Mithraism became extinct when Constantine declared Catholicism as the official religion of Rome. It was only in the last few years that some people sought to revive Mithraism again. But here's where things begin to irritate me. I am puzzled as to why anyone would want to bring back Mithraism. Is it because Mithra said so in some old, forgotten lore? Or do people just do it because the very defies Christianity - just to watch this worldwide institution fall apart, perhaps? Or maybe, people just think its cool to bring back a religion that nobody wanted. As far as I'm concerned, any "religion" that doesn't endure the test of time isn't worth a damn.

    And since we're so adamant about bringing back this myth-like religion, why don't we just revive the Norse gods. Bring em all back, I say! We could use a no-nonsense guy like Odin. How about his cool son, Thor the god of thunder and his shithead brother, Loki the god of lies. Why don't we bring back the Greek gods too. Zeus, Adonis, Venus and who can forget our favourite demi-god, Hercules. C'mon people, there's got to be a good reason why people stopped worshipping these gods. Perhaps mankind got wise and stopped seeing them as gods. Yes, the stories were nice and exciting but that does not mean they were true.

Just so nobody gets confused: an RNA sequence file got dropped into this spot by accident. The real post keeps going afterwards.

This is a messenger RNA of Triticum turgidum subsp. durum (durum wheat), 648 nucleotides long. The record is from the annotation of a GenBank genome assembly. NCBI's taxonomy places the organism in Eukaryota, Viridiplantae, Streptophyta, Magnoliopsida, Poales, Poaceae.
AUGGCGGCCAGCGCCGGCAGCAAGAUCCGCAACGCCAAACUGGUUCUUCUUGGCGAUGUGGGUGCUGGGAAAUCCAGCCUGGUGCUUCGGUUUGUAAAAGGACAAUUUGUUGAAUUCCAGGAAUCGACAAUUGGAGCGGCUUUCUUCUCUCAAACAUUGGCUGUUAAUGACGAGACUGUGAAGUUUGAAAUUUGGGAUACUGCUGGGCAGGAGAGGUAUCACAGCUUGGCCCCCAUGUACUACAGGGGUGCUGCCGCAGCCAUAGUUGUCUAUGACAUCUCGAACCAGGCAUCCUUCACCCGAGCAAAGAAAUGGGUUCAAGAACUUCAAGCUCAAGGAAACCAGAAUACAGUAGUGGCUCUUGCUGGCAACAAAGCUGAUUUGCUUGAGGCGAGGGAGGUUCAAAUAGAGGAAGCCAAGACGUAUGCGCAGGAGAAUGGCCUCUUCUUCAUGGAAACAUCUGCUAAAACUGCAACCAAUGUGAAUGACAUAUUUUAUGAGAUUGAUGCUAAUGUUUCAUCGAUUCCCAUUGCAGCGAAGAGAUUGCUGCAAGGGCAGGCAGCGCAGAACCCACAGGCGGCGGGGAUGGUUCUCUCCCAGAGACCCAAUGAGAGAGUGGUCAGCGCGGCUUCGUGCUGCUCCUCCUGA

Some of you might say that Jesus is a myth too. Some of you might even say the same for Muhammad, Confucius and even Gautama Buddha. Now I'm open to the possibility that these guys may have been conmen, or just some brilliantly charismatic persons in their society. But surely you'll accept that these guys have endeared simply because they were real people who actually walked the earth. These religions, whether or not truly of God, have endured the test of time simply because there were eyewitness accounts. Let's take Buddha for instance. Whether or not you considered him enlightened, simple logic dictates that he existed. The Chinese travelled miles to see the man and their writings concur that they indeed spoke to him. In the same vein, whether or not Jesus was the Son of God, you cannot deny that he once walked the earth. While the Jews, Christians and Muslims are at loggerheads of his divinity, all of them agreed that he was real.

    So what of Mithra? Fact is, I'm no authority on any of this but I find writings on Mithraism contain far too much contradictions for my liking. It seems to me that most of what is written of the Mithraism-Christianity parallels is solely for the purpose of disproving Christianity. However, as always I take the stand that any allegation against any religion is worth examining, every theory deserves to be heard. Whether or not Christianity borrowed from Mithraism or Mithraism borrowed from Christianity, the arguments are entertaining, if not compelling. Click this, it's really good.